My middle son, Patrick, has been suffering with some anxiety of late. It's heartbreaking to see because he holds his heart (out of fear it will cease beating), has trouble breathing and complains of a stomach ache. He told me he was afraid he was dying. He was afraid to go upstairs to take a shower last night because it was dark.
Although my initial reaction was one of impatience with the drama, I took a deep breath and realized that he's probably upset about something and I simply needed to get him to talk.
While he was in the shower, Ryan and I talked about any problems with kids in the neighborhood. I learned that there's a posse of teenagers in Bay who call themselves the Chaos Crew. So far their antics center on vandalism, but one kid at the park the other night suggested they might carry guns. Patrick can't shake the thought. There were a lot of other things that scared him, but mostly he was fearful in general.
I know the feeling well and it saddens me to think my boy is suffering in any way. And so, with Ryan's help because they share a room, we sat on their beds and talked about what makes Patrick happy. He couldn't articulate anything at first. But slowly, he started to talk, starting with, "Spaghetti!" (Leave it to an almost 10-year-old to start with food.) And then he and Ryan talked about how kids in the neighborhood sometimes make up stupid stories, but that they aren't true. Ryan said he would look out for Patrick.
The three of us sat there talking and laughing for two hours. At first Patrick echoed the things that Ryan does well (playing catcher, football, basketball), but then he started adding his own ideas (playing with my friends, swimming, reading, ice cream, Mom). It dawned on me that I couldn't remember the last time we had simply sat and talked. It was revealing in so many small ways, but mostly it revealed that Patrick, the classic middle child, often doesn't get the chance to use his voice. And it's up to me and his dad to figure out how he can best express himself and, more important, be heard. I told him about writing down his feelings. Sometimes they don't look so scary when you write them down.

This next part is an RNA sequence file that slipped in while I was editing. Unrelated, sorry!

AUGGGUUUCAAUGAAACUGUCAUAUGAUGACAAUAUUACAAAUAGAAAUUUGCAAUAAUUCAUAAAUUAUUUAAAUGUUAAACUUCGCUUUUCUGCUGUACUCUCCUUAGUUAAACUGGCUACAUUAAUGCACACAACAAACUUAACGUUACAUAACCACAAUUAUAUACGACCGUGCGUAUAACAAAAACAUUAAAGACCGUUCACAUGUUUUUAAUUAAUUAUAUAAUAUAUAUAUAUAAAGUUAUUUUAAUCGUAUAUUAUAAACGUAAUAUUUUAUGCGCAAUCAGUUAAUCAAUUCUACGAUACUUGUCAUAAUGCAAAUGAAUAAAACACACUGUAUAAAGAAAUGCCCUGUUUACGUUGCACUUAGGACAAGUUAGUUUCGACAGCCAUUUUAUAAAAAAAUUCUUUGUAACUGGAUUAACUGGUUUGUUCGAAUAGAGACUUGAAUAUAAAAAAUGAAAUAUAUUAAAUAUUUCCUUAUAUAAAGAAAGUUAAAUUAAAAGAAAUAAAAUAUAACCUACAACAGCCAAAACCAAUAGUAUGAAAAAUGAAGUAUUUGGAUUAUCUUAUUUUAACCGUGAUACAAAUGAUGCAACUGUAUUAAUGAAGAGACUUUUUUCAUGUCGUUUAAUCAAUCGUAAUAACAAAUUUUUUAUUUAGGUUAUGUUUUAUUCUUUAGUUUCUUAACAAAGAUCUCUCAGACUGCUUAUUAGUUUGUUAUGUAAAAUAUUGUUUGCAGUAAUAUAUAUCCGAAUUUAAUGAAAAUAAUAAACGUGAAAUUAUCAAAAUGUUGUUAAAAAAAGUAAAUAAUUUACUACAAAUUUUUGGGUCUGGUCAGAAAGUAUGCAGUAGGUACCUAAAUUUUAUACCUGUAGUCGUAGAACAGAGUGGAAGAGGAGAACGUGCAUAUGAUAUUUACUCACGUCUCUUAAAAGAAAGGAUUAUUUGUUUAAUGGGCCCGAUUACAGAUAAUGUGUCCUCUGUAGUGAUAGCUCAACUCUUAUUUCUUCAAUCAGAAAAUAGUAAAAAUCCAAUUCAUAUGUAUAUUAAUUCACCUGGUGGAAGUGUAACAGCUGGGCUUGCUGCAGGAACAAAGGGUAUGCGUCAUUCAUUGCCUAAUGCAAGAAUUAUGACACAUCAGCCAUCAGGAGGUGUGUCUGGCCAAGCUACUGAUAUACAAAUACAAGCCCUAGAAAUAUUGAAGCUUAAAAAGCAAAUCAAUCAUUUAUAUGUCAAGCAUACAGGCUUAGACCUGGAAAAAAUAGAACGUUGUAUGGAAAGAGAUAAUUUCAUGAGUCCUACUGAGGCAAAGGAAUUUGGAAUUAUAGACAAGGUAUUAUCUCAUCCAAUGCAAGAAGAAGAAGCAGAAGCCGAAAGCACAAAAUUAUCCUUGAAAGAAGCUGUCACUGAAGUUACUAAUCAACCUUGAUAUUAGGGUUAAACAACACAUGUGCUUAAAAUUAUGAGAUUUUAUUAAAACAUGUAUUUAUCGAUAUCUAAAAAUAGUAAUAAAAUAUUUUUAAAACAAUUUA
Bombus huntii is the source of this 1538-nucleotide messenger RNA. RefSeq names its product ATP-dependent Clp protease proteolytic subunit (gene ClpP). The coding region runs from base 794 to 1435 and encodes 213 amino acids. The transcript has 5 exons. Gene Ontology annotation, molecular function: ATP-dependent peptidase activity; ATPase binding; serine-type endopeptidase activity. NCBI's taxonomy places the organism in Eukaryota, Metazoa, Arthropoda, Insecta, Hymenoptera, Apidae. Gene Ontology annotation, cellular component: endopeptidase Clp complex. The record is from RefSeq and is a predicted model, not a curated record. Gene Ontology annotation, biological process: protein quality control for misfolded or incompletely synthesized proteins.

He wears worry on his face like a favorite old sweater. But as the hours passed, his face visibly lightened, he laughed often and that smile that can melt my heart came easily. And the concern and compassion that Ryan felt for his brother truly touched me. He's nearly 12 and sometimes kids that age can be self-centered. But he was genuinely concerned about his little brother and willing to help. And he did, just by listening.
I looked at my watch and it was 12:30! We may pay the price today with a bit of crankiness, but then again maybe not. Patrick went to sleep with a lighter heart and a smile for the first time in a few weeks. And so did I…